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Picture Freedom

Picture Freedom: Remaking Black Visuality in the Early Nineteenth Century

Jasmine Nichole Cobb
Copyright Date: 2015
Published by: NYU Press
Pages: 288
https://www.jstor.org/stable/j.ctt15r3zb9
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  • Book Info
    Picture Freedom
    Book Description:

    In the decades leading up to the end of U.S. slavery, many free Blacks sat for daguerreotypes decorated in fine garments to document their self-possession. People pictured in these early photographs used portraiture to seize control over representation of the free Black body and reimagine Black visuality divorced from the cultural logics of slavery. InPicture Freedom, Jasmine Nichole Cobb analyzes the ways in which the circulation of various images prepared free Blacks and free Whites for the emancipation of formerly unfree people of African descent. She traces the emergence of Black freedom as both an idea and as an image during the early nineteenth century.

    Through an analysis of popular culture of the period-including amateur portraiture, racial caricatures, joke books, antislavery newspapers, abolitionist materials, runaway advertisements, ladies' magazines, and scrapbooks, as well as scenic wallpaper-Cobb explores the earliest illustrations of free Blacks and reveals the complicated route through visual culture toward a vision of African American citizenship.Picture Freedomreveals how these depictions contributed to public understandings of nationhood, among both domestic eyes and the larger Atlantic world.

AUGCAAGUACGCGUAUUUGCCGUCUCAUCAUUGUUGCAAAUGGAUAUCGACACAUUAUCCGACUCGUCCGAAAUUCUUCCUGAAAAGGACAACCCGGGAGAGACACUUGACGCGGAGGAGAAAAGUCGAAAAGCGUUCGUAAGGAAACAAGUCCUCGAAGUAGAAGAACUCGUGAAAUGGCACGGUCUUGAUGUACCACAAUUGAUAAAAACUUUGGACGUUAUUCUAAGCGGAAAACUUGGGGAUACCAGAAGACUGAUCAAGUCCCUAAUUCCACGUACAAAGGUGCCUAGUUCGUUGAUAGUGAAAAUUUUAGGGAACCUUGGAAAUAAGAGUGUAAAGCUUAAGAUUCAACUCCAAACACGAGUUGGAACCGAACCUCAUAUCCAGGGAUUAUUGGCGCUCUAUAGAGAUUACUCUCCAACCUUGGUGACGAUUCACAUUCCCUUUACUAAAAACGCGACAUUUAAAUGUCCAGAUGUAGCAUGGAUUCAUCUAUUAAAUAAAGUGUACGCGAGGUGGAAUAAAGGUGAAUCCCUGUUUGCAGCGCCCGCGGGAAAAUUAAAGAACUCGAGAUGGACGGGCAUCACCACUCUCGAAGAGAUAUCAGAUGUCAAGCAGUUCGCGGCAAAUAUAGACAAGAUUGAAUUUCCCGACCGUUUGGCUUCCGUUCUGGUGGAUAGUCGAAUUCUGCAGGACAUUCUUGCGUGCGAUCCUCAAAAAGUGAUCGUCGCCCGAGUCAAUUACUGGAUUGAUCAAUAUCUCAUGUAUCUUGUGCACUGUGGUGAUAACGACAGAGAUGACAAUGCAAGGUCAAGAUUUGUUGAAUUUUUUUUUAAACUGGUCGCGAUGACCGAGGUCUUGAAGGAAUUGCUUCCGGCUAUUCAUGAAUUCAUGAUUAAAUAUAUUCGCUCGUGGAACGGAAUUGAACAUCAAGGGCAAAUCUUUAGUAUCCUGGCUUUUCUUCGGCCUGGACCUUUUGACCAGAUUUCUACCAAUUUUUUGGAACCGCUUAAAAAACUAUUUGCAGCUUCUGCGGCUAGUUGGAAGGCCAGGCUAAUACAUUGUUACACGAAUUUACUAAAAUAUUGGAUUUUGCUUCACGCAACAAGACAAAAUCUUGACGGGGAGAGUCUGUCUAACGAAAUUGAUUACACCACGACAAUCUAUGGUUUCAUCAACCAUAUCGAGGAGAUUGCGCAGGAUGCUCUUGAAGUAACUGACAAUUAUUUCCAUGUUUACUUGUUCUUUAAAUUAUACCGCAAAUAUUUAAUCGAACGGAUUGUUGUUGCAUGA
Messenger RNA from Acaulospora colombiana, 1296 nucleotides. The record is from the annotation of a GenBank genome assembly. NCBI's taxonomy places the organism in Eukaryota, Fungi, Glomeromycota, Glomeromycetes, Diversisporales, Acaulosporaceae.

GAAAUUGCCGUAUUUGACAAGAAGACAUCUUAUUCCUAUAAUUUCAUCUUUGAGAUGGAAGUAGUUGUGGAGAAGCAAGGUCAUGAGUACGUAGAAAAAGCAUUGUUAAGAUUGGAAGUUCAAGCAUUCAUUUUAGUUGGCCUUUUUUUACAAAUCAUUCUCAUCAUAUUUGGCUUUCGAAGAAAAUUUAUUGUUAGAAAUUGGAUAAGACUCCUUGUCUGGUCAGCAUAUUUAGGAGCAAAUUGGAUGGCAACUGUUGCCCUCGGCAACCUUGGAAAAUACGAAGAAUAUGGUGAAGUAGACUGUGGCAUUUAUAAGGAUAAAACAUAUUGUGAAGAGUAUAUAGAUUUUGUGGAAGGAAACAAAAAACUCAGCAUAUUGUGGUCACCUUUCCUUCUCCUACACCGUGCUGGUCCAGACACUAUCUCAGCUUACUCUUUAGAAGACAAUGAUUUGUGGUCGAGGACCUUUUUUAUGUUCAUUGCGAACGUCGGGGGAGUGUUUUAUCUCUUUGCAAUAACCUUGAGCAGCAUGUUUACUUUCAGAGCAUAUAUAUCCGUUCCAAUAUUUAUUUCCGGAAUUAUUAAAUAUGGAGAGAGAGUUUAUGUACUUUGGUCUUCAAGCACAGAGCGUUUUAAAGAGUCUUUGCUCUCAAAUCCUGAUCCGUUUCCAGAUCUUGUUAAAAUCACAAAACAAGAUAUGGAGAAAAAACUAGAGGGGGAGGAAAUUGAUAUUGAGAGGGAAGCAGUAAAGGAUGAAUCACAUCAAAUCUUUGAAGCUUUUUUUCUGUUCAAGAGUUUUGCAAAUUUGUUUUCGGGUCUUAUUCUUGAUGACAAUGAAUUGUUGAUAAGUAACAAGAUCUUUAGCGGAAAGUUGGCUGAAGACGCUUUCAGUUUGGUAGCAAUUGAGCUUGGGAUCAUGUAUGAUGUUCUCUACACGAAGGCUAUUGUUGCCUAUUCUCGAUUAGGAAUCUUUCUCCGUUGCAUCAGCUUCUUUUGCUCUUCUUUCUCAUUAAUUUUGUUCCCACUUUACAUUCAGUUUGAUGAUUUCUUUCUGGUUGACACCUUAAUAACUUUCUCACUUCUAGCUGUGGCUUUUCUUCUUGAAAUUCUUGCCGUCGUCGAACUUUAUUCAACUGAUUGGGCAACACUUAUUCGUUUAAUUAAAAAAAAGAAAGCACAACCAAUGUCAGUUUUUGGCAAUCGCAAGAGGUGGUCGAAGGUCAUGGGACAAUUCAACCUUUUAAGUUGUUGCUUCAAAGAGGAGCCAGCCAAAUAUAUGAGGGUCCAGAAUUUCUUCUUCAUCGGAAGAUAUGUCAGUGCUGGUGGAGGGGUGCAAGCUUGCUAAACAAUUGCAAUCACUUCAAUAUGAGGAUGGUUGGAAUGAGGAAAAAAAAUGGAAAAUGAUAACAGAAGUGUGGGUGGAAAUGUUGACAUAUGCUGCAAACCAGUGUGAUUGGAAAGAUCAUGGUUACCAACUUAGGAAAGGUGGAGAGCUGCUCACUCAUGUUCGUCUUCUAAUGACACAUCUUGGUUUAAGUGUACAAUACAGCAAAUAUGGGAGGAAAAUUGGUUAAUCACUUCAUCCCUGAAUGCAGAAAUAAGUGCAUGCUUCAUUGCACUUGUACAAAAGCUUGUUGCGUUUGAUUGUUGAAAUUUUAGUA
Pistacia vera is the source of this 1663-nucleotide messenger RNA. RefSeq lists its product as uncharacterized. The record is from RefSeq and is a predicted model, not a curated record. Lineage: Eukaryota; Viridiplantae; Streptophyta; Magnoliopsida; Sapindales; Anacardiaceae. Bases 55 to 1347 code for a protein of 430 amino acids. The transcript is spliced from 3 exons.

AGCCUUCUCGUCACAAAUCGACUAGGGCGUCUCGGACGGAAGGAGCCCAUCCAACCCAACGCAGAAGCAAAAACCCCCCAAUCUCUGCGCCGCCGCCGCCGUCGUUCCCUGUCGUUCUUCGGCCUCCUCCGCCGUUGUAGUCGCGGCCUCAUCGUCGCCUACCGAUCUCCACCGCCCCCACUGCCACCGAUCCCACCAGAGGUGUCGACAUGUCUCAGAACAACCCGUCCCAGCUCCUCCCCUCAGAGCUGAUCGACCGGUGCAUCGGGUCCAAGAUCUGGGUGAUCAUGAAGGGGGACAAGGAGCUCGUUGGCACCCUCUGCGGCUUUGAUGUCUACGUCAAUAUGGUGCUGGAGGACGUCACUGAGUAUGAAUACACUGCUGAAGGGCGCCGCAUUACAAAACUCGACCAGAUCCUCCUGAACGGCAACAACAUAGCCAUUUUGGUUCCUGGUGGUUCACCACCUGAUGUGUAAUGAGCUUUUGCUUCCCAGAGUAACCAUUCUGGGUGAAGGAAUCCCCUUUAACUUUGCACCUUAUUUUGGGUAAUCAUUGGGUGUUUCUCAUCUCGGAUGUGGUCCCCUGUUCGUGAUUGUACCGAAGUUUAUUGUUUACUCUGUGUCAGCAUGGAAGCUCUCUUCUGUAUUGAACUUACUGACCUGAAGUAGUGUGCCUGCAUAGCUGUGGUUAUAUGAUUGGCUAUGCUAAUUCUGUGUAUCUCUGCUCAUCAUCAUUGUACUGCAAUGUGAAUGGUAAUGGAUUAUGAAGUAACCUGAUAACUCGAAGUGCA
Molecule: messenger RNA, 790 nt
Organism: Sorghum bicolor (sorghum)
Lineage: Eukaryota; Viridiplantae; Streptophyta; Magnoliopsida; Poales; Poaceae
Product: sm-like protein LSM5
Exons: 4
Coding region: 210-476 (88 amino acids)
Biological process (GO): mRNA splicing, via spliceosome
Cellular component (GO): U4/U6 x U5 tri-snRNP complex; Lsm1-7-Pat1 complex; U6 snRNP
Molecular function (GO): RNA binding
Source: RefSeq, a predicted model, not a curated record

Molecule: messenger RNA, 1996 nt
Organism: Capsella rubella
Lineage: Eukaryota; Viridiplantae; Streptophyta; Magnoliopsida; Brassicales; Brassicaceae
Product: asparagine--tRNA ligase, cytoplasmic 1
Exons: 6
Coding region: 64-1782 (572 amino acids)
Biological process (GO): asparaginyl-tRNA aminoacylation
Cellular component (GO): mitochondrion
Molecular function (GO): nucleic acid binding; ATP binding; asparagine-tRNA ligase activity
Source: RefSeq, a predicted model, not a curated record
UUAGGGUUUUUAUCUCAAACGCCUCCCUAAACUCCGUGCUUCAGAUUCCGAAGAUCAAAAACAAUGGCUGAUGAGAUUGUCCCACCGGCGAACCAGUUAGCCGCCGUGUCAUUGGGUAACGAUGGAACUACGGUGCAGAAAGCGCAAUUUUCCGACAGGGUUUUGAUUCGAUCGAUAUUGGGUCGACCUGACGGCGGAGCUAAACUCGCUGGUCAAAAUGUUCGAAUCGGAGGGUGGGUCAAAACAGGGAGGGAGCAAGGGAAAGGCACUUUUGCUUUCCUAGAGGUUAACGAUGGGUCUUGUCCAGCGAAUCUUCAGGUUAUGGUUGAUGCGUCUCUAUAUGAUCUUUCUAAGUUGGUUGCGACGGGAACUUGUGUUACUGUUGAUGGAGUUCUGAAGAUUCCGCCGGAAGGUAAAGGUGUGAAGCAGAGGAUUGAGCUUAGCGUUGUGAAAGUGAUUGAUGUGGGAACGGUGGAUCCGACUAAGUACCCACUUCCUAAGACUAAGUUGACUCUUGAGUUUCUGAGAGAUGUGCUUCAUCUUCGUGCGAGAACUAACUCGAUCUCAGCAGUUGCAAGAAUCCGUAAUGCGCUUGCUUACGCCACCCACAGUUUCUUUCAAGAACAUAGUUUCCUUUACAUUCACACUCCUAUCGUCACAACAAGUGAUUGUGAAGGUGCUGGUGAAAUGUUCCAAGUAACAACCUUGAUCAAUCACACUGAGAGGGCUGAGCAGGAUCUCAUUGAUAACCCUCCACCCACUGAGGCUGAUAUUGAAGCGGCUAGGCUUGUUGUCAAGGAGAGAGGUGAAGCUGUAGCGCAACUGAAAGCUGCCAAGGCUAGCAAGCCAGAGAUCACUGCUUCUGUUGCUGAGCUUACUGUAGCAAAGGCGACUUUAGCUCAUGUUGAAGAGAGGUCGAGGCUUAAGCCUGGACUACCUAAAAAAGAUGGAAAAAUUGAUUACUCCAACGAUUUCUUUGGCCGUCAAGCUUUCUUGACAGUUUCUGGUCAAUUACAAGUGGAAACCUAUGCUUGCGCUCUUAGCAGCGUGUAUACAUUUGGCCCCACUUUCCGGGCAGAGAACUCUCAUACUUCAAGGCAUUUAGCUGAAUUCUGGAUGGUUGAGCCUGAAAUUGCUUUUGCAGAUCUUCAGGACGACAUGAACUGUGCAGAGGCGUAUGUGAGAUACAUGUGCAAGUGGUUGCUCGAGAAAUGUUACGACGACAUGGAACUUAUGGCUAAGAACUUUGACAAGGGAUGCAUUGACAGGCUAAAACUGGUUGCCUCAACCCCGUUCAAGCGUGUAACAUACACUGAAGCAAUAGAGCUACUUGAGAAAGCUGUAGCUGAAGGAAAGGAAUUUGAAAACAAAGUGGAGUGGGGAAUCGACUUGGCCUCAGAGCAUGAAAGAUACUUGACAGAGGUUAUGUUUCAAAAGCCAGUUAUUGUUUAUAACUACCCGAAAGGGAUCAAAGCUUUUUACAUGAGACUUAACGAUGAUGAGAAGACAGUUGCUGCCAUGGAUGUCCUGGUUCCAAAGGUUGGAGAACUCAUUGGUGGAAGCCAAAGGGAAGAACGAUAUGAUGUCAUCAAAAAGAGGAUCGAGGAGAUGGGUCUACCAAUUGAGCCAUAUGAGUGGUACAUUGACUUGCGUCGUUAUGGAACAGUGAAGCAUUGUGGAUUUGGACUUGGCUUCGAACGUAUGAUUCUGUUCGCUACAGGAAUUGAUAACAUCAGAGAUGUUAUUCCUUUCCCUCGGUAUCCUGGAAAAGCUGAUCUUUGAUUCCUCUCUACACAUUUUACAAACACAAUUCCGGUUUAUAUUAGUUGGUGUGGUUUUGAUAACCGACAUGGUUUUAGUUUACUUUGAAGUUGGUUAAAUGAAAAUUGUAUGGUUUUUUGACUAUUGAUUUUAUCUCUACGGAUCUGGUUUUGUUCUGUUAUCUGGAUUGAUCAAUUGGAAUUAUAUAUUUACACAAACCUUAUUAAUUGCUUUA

eISBN: 978-1-4798-3061-9
    Subjects: Sociology, Language & Literature

Table of Contents

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  1. Front Matter
    (pp. i-vi)
  2. Table of Contents
    (pp. vii-viii)
  3. Acknowledgments
    (pp. ix-x)
  4. Introduction: Parlor Fantasies, Parlor Nightmares
    (pp. 1-27)

    Freedom put color in the cheeks of Black people in the nineteenth century. African descendants who sat for daguerreotypes around 1855 made sure to document self-possession with proper attire and a little rouge for the flesh, such as members of the Dickerson family in antebellum Philadelphia.¹ Though this marker of vitality appeared in many daguerreotypes, Black people sitting for early photographic portraits marked themselves against the deprivation and sallowness demanded by slavery with such details. Black women, such as the unidentified sitter in figure 1.1, showed up at the studio highly decorated for the occasion of portraiture, dressed in fine...